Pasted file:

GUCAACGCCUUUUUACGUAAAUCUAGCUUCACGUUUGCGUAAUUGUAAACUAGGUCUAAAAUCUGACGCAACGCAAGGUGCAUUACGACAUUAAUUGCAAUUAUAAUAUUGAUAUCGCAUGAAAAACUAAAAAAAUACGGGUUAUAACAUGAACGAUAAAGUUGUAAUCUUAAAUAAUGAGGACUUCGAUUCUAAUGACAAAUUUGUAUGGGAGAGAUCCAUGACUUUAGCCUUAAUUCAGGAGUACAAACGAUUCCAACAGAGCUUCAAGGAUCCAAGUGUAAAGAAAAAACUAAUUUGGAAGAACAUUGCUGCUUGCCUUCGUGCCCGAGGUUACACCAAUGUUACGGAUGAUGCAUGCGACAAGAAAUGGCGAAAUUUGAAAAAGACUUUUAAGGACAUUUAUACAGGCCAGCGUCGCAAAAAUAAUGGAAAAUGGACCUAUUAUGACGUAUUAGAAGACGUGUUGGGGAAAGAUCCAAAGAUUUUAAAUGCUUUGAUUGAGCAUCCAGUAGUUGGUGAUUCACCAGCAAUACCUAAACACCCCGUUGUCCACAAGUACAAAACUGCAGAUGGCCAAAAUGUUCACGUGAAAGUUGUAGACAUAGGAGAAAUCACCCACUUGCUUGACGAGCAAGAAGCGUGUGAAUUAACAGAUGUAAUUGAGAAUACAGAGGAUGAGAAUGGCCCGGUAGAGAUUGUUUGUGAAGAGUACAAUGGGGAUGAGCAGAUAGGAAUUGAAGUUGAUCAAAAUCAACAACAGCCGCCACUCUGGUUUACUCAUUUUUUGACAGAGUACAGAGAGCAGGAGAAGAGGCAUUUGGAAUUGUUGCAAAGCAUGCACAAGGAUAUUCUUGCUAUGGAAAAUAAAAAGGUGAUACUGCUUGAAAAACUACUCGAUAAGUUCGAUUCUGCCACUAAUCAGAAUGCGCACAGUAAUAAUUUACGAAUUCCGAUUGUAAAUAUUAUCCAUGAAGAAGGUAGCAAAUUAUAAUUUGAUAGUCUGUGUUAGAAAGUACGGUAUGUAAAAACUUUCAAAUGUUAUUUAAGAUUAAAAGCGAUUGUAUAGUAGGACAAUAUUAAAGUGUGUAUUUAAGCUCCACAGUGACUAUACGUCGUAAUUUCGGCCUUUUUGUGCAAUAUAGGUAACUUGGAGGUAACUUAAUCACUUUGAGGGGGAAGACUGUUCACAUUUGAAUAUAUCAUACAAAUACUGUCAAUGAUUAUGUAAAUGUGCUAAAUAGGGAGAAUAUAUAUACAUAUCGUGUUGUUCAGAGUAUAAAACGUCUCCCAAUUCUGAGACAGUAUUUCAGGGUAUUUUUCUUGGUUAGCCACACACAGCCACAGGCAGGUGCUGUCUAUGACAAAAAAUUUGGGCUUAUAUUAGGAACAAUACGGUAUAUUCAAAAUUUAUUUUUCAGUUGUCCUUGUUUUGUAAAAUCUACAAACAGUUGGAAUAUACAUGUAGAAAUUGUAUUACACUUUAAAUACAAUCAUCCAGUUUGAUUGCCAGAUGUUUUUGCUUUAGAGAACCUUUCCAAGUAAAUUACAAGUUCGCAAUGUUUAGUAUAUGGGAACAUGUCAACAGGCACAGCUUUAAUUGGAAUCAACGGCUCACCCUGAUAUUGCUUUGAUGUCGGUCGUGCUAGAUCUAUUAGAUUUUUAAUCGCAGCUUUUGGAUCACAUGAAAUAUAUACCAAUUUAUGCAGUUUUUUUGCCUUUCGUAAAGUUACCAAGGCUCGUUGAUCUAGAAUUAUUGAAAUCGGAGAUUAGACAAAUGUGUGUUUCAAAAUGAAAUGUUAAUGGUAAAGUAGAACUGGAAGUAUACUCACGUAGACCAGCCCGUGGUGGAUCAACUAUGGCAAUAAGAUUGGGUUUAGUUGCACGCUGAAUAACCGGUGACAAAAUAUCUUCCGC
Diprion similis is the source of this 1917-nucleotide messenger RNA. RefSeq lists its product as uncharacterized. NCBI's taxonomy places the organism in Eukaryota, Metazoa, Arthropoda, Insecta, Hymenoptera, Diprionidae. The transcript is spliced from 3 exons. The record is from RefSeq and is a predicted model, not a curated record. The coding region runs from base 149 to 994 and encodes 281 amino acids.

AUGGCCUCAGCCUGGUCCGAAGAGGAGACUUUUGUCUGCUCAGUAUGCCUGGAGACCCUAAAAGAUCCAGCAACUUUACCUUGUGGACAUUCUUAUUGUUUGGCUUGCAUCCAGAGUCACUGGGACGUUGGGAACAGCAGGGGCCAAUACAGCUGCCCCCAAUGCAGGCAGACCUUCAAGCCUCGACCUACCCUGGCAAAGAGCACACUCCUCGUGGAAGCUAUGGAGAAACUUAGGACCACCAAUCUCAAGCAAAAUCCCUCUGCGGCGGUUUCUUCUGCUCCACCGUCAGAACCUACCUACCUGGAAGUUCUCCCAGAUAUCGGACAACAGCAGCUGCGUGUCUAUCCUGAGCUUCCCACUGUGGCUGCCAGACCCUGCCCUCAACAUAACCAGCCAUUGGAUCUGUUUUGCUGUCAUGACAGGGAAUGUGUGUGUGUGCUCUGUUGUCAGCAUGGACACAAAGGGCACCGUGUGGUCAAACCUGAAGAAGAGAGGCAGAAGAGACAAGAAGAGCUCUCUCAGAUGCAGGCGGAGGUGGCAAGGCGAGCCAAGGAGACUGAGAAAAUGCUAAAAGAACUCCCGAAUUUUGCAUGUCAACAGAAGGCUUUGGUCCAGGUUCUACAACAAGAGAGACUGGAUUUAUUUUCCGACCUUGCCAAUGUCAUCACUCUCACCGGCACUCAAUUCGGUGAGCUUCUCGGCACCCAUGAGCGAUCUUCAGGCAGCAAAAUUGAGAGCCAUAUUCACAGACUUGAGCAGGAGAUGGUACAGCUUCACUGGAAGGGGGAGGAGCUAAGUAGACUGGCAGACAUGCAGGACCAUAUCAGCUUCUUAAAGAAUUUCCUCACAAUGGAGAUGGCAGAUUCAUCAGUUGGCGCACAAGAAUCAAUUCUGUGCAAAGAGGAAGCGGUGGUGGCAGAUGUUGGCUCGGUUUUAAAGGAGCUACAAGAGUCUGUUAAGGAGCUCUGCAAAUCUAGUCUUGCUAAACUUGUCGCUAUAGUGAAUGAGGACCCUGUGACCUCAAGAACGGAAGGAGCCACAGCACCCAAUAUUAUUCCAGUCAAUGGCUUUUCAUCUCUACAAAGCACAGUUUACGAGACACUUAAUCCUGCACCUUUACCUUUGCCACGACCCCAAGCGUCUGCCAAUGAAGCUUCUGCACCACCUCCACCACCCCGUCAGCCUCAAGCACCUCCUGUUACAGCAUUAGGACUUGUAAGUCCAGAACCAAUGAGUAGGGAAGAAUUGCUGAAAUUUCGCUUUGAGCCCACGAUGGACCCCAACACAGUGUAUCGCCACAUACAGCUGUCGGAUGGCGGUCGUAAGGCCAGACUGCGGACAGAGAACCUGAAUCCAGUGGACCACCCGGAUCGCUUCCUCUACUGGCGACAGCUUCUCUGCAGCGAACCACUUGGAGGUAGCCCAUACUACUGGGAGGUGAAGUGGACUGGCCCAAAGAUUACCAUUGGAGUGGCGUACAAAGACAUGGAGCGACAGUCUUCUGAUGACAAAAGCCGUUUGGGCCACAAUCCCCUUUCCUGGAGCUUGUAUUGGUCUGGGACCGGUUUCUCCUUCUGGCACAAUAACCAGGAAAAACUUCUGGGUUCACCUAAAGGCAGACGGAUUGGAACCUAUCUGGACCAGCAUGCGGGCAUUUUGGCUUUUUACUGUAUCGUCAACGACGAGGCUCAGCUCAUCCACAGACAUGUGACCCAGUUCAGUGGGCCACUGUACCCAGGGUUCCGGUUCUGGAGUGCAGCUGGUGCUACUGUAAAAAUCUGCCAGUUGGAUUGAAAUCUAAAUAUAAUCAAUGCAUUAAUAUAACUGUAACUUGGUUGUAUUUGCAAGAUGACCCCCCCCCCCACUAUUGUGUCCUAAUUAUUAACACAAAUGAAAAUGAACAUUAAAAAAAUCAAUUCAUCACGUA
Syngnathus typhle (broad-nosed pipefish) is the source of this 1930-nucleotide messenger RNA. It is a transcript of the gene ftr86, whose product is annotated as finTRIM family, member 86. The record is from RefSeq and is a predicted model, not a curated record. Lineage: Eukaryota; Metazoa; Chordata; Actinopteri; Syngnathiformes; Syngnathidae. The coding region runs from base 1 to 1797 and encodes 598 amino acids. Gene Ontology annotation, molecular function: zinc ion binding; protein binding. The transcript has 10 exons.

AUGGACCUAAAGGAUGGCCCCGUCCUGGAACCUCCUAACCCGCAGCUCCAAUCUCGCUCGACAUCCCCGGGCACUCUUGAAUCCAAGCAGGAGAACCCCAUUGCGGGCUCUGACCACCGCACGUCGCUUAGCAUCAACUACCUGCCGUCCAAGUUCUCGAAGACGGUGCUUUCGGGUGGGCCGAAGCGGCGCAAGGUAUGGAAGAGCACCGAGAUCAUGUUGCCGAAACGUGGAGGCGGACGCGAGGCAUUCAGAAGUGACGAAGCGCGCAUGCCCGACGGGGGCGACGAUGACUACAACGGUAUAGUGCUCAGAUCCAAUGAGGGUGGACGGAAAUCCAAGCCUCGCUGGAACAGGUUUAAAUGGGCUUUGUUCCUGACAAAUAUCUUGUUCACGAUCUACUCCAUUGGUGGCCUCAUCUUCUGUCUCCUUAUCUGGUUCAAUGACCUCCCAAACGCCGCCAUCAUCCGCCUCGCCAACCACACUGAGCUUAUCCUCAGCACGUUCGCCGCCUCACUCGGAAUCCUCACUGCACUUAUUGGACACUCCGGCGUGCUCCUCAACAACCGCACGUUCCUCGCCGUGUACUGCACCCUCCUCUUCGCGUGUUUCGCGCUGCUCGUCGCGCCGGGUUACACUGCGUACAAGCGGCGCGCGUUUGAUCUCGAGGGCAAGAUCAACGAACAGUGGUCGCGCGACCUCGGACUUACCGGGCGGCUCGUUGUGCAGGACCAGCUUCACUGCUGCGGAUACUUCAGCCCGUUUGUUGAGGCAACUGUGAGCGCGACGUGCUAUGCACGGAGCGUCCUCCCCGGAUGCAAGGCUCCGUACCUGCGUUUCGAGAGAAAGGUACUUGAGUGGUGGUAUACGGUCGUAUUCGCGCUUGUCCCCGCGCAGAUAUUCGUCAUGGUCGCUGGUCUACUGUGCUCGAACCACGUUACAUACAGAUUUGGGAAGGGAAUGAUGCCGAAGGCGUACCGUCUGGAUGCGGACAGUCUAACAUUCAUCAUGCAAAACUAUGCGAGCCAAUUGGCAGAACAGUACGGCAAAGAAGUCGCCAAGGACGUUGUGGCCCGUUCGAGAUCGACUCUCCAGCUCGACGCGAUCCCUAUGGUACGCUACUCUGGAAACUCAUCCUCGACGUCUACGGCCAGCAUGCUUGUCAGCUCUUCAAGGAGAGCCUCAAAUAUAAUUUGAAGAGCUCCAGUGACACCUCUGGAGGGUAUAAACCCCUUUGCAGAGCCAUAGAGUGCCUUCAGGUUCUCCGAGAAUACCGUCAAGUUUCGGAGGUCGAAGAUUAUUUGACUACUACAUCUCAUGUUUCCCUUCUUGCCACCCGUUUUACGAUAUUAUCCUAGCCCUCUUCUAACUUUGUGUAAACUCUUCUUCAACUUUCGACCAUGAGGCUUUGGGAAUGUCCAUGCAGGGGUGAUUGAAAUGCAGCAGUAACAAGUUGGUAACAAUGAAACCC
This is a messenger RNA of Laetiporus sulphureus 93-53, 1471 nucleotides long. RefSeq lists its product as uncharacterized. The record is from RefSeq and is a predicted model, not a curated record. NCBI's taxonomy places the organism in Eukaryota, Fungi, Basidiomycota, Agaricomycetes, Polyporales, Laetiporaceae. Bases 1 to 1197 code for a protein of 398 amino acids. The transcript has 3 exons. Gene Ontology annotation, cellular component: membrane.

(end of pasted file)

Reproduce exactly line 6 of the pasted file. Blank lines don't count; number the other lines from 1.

This is a messenger RNA of Laetiporus sulphureus 93-53, 1471 nucleotides long. RefSeq lists its product as uncharacterized. The record is from RefSeq and is a predicted model, not a curated record. NCBI's taxonomy places the organism in Eukaryota, Fungi, Basidiomycota, Agaricomycetes, Polyporales, Laetiporaceae. Bases 1 to 1197 code for a protein of 398 amino acids. The transcript has 3 exons. Gene Ontology annotation, cellular component: membrane.